As populations across the globe continue to grow (and are expected to reach 9 billion by 2050), a lot of attention has been drawn to how we will be able to feed them. One of the primary ideas that has gained planet-wide traction is the production of microgreens.
Defined as “edible seedlings” that range in size from 1 to 1.5 inches long, stem and leaves included, they can usually be harvested between seven and 14 days after germination. Evidence has suggested that microgreens may contain up to 40 times the amount of some nutrients and vitamins as the vegetables a mature plant would produce. Examples include a wide variety of herbs (such as basil, cilantro, etc.); vegetables like radish, broccoli, and mesclun; and even some flowers such as sunflowers.
The fact that microgreens can be produced very quickly (especially compared to crops that take entire seasons) and could offer significantly more nutritional value puts them at the top of the list for an alternate source of sustainable foods. Unfortunately, development surrounding a complete understanding of what microgreens can do for humanity is lacking — the furtherance of science, though it may be in the best interest of our society, requires laboratories, and laboratories require funding. A recent survey found that approximately one-fifth of them need to replace their fume hoods, with an astonishing one-third of those replacements due to old age.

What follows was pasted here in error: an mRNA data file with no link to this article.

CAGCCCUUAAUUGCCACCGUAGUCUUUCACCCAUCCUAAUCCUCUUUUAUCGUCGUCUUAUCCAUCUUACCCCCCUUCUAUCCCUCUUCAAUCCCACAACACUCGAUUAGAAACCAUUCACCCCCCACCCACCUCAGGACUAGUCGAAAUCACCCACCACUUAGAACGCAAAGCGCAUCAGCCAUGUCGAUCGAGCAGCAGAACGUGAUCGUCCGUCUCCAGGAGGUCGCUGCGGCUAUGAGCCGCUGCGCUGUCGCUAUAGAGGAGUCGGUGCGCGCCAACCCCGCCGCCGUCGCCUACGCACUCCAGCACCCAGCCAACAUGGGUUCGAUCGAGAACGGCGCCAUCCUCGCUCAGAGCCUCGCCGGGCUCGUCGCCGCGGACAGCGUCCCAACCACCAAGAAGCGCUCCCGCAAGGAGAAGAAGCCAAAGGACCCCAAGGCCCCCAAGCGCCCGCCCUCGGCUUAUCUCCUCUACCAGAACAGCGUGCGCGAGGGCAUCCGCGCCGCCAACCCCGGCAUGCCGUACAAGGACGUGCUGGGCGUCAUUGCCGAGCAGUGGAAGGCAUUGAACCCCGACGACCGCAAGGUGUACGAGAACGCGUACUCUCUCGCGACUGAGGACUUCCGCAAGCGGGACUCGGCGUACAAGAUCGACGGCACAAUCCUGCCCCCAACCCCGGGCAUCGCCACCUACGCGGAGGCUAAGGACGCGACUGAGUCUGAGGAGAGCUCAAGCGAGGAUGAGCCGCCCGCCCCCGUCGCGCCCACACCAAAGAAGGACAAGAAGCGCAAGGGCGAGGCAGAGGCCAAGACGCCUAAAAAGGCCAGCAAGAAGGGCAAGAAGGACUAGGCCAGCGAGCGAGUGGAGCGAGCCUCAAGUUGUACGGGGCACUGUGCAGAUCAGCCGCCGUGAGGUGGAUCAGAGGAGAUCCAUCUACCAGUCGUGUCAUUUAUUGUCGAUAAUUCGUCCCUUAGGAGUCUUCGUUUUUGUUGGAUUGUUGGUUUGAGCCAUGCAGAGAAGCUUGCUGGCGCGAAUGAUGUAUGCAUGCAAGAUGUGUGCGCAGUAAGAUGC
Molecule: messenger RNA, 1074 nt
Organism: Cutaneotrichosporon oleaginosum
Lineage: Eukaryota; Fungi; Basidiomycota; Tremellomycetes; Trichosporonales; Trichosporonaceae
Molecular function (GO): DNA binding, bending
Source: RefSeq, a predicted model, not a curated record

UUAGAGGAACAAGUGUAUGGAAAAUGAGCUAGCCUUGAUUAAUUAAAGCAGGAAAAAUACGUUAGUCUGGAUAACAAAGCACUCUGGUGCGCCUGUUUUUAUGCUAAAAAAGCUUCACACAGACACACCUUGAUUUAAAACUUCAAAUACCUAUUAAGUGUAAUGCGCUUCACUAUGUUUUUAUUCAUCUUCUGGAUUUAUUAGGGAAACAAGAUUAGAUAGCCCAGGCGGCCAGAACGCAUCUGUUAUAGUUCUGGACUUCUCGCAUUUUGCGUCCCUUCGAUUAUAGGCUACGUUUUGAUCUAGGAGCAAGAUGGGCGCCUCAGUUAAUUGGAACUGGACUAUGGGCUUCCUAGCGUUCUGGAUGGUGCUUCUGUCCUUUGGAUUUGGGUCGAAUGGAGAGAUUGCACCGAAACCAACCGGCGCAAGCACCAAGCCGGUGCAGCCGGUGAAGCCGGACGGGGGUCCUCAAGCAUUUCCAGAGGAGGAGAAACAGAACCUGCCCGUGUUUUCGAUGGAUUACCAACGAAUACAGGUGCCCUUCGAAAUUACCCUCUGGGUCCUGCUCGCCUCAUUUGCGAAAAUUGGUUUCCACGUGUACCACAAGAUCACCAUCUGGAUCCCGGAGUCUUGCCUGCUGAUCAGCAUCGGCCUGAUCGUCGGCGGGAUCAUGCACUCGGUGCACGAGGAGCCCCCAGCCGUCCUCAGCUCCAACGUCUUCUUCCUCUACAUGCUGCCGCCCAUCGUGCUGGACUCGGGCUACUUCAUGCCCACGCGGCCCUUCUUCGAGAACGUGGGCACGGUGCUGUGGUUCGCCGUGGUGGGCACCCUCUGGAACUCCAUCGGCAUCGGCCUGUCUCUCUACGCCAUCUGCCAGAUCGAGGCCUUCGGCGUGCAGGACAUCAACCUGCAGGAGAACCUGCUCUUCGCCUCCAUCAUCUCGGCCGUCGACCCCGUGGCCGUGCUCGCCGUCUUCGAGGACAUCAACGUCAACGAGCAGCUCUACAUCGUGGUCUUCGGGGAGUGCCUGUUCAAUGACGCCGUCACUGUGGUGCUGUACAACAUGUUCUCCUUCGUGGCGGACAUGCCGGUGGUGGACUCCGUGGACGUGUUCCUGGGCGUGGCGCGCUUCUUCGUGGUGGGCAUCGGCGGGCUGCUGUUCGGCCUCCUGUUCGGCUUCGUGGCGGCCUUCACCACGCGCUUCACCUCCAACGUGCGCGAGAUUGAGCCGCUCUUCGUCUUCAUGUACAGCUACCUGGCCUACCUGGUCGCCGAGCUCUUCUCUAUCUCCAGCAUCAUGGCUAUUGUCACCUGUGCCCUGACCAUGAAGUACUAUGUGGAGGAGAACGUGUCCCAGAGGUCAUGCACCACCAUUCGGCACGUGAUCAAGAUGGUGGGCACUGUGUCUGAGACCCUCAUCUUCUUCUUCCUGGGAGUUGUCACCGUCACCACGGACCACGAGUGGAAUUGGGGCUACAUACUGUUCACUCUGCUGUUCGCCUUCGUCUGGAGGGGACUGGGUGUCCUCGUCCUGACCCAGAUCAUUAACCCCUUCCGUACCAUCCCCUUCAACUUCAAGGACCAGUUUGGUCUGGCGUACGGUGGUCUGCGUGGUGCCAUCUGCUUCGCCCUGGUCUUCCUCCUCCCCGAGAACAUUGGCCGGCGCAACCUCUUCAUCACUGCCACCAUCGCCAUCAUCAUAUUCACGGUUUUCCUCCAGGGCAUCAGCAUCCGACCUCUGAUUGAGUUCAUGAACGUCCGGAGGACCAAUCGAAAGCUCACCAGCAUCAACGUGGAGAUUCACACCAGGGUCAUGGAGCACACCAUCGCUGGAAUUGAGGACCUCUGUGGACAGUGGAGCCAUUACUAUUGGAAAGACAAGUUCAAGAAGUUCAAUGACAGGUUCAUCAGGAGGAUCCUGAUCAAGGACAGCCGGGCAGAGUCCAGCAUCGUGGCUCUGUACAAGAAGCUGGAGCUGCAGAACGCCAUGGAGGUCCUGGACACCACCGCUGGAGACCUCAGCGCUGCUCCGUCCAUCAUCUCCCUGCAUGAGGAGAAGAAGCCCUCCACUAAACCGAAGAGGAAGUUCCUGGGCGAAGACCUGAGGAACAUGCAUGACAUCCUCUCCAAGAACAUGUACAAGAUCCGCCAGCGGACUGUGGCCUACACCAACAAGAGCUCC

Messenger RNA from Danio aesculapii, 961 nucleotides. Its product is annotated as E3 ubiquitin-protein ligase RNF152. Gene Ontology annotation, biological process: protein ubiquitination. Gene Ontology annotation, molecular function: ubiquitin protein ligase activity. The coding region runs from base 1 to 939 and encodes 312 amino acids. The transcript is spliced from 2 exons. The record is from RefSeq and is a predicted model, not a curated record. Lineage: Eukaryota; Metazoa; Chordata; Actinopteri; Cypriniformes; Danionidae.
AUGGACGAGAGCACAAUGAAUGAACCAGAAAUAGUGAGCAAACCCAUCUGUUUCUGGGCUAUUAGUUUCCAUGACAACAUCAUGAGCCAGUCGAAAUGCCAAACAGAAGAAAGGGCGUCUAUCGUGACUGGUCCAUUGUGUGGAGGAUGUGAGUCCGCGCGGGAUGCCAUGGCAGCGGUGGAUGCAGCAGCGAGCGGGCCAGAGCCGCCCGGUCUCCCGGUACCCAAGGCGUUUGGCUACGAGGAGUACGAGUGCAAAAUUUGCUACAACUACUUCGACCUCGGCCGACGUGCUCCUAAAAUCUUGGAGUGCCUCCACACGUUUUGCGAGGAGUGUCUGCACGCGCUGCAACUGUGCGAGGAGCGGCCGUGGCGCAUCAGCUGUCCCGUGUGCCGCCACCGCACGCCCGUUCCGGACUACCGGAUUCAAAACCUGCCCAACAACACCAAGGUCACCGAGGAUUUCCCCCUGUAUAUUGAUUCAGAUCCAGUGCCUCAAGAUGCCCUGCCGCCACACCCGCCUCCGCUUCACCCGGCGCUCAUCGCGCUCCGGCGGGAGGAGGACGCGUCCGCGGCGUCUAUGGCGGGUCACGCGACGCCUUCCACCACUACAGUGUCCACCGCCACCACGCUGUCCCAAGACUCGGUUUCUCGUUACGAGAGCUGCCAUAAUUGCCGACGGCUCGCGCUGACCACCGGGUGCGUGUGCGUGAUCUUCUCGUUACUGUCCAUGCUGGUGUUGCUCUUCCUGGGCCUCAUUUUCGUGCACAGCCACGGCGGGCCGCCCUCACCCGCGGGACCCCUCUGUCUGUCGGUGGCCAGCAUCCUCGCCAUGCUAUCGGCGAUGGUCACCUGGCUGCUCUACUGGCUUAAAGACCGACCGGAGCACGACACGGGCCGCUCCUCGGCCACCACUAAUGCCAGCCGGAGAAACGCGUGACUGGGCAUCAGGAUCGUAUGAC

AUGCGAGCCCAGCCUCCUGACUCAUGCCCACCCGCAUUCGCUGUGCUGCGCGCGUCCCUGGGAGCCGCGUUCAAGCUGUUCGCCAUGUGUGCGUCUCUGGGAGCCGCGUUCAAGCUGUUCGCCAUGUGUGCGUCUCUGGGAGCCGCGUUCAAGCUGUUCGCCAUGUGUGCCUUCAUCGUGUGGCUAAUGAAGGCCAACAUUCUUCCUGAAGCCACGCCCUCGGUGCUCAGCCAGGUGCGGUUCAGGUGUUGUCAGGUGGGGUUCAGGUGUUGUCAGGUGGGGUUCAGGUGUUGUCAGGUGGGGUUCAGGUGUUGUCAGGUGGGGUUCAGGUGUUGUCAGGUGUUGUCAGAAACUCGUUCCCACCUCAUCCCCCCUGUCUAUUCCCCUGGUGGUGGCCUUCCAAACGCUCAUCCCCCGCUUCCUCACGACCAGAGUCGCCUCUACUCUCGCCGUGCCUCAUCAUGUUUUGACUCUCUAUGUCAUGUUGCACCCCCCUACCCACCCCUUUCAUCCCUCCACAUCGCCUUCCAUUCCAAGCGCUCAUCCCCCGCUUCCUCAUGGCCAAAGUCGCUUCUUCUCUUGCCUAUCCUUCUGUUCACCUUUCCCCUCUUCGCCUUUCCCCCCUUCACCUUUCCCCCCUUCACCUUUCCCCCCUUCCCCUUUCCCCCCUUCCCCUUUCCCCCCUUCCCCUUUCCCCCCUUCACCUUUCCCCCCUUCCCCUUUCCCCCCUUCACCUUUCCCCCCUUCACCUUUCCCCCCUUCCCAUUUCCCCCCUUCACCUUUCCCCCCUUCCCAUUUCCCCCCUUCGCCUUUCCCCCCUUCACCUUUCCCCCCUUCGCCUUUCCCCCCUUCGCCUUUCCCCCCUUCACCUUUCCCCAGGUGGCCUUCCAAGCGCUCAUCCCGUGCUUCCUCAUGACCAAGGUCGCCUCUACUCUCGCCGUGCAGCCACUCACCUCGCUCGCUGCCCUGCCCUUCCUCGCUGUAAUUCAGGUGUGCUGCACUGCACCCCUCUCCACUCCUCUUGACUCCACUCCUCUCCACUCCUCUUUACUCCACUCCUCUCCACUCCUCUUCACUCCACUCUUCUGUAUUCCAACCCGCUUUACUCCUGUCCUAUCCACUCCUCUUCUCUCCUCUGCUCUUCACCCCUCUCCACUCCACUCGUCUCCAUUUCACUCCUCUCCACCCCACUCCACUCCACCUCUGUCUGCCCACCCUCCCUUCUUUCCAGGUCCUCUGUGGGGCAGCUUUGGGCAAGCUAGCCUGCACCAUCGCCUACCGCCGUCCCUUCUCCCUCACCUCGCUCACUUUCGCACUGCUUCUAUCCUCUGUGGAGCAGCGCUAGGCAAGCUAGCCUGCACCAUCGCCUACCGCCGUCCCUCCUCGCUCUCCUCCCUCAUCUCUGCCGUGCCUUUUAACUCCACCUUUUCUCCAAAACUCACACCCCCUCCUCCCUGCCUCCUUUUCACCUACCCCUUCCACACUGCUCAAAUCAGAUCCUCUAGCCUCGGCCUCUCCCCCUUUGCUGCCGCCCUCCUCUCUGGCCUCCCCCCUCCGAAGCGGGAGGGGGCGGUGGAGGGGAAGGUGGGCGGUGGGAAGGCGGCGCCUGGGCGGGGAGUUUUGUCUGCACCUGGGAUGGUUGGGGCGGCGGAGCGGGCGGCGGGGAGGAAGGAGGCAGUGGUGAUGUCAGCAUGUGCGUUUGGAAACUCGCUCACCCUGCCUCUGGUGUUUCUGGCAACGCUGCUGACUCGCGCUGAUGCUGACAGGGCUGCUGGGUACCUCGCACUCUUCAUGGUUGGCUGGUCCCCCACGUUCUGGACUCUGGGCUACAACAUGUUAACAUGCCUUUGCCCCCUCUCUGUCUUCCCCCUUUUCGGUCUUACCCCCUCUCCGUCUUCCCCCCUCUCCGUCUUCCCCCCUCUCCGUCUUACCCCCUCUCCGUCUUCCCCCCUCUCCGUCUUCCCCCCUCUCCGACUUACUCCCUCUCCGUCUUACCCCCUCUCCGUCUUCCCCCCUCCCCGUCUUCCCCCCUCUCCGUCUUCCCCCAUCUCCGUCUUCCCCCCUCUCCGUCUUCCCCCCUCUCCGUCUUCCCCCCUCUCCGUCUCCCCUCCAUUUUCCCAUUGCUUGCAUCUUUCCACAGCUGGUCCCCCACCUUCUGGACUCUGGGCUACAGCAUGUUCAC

Beyond the physical health of technology, science also requires dedicated individuals. A shocking 80% of workers don’t believe they’re getting enough encouragement and support at work which can make an already difficult job seem arduous and frustrating.
“They’re doing their jobs, but it’s important to recognize that people are doing extraordinarily beneficial science that helps support the nation and helps provide solutions to societal problems,” says Robert Webb, lab director of the Physical Sciences Division (PSD) of the Earth System Research Laboratory in Colorado. “So there’s a responsibility by the employees to be accountable to society, but then we should be recognizing [them] for the advancements that they’re making.”
Microgreen research and development undoubtedly has a long way to go, so the U.S. is looking in the opposite direction: rather than adding a new supply to the market, more efforts should be made to reducing the vast amounts of food waste that America experiences.
Three federal departments — the U.S. Department of Agriculture (USDA), the U.S. Environmental Protection Agency (EPA), and the U.S. Food and Drug Administration (FDA) — came together in late October to discuss just this prospect. Food waste is estimated to be between 30% and 40% of the food supply; for perspective, that corresponds to approximately 133 billion pounds and $161 billion of food.
“EPA is proud to partner with USDA and FDA to enhance food recovery efforts and educate the public on the need for improved food waste management,” said EPA Acting Administrator Andrew Wheeler. “Redirecting excess food to people, animals, or energy production has tremendous economic and social benefits, and that is why the Trump Administration is working closely with businesses and consumers to prevent food loss and maximize the inherent value of food.”